One of the great things about cooking duck is that you'll get a lot of meals from a whole one if you treat it with respect and a little culinary know-how – so here are four delicious recipes that you can make from just one duck.
Preparing your bird
Choose a large duck, complete with its liver and heart, and with its neck too, if you can find it, which can be boned and stuffed and which makes an excellent addition to the salad below or served with soup.
With a heavy, sharp chopping knife, turn the bird on its side and holding the end of the leg up, cut the leg away from the carcass, cutting through the joint. Turn the bird over and do the same with the other leg, then chop off the knuckles. Remove the wings in a similar way to the legs. Remove the breasts by cutting either side of the central breast bone and following the carcass with the point of a knife, leaving the skin on if desired. Remove any fat from the carcass, leaving the carcass bare, then cut the pieces of fat into rough 1cm pieces. Remove the fat and meat from the wings and cut the same size and put in a container with the rest of the fat. Remove the under fillets and place on a plate with the liver and heart.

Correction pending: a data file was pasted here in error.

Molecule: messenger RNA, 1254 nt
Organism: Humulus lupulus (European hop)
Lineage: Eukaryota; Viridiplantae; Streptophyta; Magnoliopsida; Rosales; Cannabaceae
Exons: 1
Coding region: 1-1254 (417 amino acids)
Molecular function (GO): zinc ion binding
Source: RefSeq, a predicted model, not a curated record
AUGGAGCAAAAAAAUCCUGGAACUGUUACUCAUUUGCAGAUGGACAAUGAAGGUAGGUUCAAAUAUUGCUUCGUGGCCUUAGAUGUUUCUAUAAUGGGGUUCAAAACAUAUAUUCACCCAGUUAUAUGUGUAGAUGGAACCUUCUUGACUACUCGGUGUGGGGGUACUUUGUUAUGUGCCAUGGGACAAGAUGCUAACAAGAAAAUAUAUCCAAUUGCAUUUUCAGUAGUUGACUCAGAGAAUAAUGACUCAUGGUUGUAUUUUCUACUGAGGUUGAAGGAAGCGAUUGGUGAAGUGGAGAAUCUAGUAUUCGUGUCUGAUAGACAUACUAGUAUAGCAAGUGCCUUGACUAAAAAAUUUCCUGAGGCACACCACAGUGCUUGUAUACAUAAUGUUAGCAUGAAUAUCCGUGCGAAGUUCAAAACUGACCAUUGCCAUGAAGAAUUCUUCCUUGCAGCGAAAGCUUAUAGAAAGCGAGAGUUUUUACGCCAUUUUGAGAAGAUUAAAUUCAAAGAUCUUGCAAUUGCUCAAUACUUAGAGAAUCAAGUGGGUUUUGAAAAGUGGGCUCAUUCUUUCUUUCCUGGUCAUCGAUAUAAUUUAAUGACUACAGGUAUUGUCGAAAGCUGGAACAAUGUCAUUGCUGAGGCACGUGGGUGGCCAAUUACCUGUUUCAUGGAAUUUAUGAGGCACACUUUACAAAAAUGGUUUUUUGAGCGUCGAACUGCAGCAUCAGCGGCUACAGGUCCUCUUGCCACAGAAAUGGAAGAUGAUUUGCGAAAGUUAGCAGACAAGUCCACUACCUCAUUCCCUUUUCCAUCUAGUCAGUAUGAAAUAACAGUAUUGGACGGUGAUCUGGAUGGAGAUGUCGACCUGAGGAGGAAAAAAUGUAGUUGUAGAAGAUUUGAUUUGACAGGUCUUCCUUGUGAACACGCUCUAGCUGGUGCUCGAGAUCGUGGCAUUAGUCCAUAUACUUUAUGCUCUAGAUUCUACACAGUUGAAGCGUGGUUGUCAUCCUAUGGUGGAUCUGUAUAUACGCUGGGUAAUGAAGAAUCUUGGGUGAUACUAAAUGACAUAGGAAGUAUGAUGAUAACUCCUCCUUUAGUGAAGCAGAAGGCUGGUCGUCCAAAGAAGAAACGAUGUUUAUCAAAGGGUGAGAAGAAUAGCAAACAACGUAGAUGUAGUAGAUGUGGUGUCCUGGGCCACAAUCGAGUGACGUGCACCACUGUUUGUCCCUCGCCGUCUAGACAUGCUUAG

You should therefore then have the following: the carcass and knuckles, which you need to chop into pieces with a heavy chopping knife; two breasts; the under fillets, liver, heart and fat; the two legs.
Szechuan peppered duck breast
You can find Szechuan peppercorns in most good supermarkets. It's one of the most exciting Asian spices – but use them sparingly.
2 duck breasts, skin left on
1tsp Szechuan pepper lightly crushed
1tbsp sesame oil
1 clove garlic peeled and crushed